Azad Foundation announces scholarship for minority girl students
Mohammed Sadullah Khan email@example.com
16 August 2009
Riyadh: For over a year my family was pestering me for
taking them to Mecca for Umra. But due to various circumstances I was
unable to take them for Umra. Finally a decision was taken in late April
to visit Mecca and perform Umra (popularly known as lesser Pilgrimage) in
the last week of July.
Since early June the Swine flu hype was escalating and it actually started
spreading throughout the world with each and every case being reported and
monitored by the World Health Organization. This caused a flutter and
nightmare in me. The swine flu had already reached the jurisdiction of
Saudi Arabia. I was more concerned visualizing the impact it may have at
the holy places. With fear in heart and faith in God, I did not want to
disappoint my family members. I went to the local transporter for booking
the seats and hotel for Umra, the rates were comparatively cheap. On
enquiring about the swine flu and restrictions, I was informed that there
is no problem so far. Money was paid to the transporter and the seats were
On the day we were supposed to leave, it was reported in the Newspapers
that a women who had come to perform Umra, had died of swine flu. The news
made me jittery. Some of my colleagues feared for my visit and requested
me to carry masks. I explained to them that the virus can enter our body
from any source even by handling a knob at the door, touching the office
desk or trolley at a super market. Finally I told them that Allah Karim.
Later on I contacted my brother, who is a Medical doctor about my visit to
Mecca for Umra and the case of the Egyptian women. He encouraged me to
proceed without worry as we have come to an advanced stage of travel and
explained about the types of Flu and their precautions.
With initial confidence, I was hoping for the last minute rescue by
imagining that the government will cancel all the buses to Mecca or advise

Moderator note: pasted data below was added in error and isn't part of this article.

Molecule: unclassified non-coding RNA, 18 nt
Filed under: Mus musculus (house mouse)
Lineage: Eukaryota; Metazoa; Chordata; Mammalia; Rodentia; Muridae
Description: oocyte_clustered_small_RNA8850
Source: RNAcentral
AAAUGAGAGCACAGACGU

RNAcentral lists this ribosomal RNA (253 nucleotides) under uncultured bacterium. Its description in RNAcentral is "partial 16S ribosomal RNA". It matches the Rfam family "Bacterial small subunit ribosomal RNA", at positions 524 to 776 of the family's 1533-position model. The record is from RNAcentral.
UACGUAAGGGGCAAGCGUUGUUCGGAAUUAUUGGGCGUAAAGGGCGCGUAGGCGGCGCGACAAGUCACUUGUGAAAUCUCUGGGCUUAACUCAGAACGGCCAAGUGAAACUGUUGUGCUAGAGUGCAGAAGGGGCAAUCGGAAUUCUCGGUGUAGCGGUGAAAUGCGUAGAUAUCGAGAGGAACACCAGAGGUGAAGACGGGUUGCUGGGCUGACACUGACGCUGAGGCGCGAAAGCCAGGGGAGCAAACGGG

the pilgrims not to travel to Mecca, but nothing of that sort happened.
When we saw the bus, it was bustling with pilgrims. Two Indian families,
two Sudani families, two Pakistani families and rest of them were
bachelors. Among bachelors almost eighty percent were Pakistanis, the rest
were Bangladeshis and Indians.
As the Bus started moving ahead my fear galloped and was mindful of any
kind of sneeze or cough. But fortunately in the entire journey no one
sneezed or coughed. Finally we reached Mecca. Still my mind was acting
like a surveillance camera, installed at the airports, scanning for
persons with red eyes, temperature, cough or sneezing. Fortunately this
time I did not see anyone coughing or sneezing nor suffering from fever.
The moment we stood in front of Kaaba, we were overjoyed, filled with
excitement, felt fully blessed and forgot about everything related to the
journey. It was a real breathtaking experience after a long time. The
feeling was liberating and pulsating. For two days we were engrossed in
prayers with attendance to minimum daily needs. During our visit to Kaaba,
it was being washed and the door was open, we had a rare opportunity to
have a glimpse inside the Kaaba.
Our successful mission was over. Unlike in the past, I used to get flu
after going to Umra, this time I did not have any symptoms of Flu. After
our return, we realized the havoc caused by the virus. Day after day the
virus was becoming more virulent. The spread of Swine flu really got out
of control. The WHO had decided not to count the number of affected
persons. Restrictions were being imposed by certain clerics and countries
in-respect of Haj and Umra. The Swine flu Pandemic was going ahead
unabated with more infections and deaths being reported on daily basis. A
new challenging question was lingering in our minds, whether to proceed on
our annual vacation?
Mohammed Sadullah Khan is a Faculty Member and a Freelance writer based
in Saudi Arabia.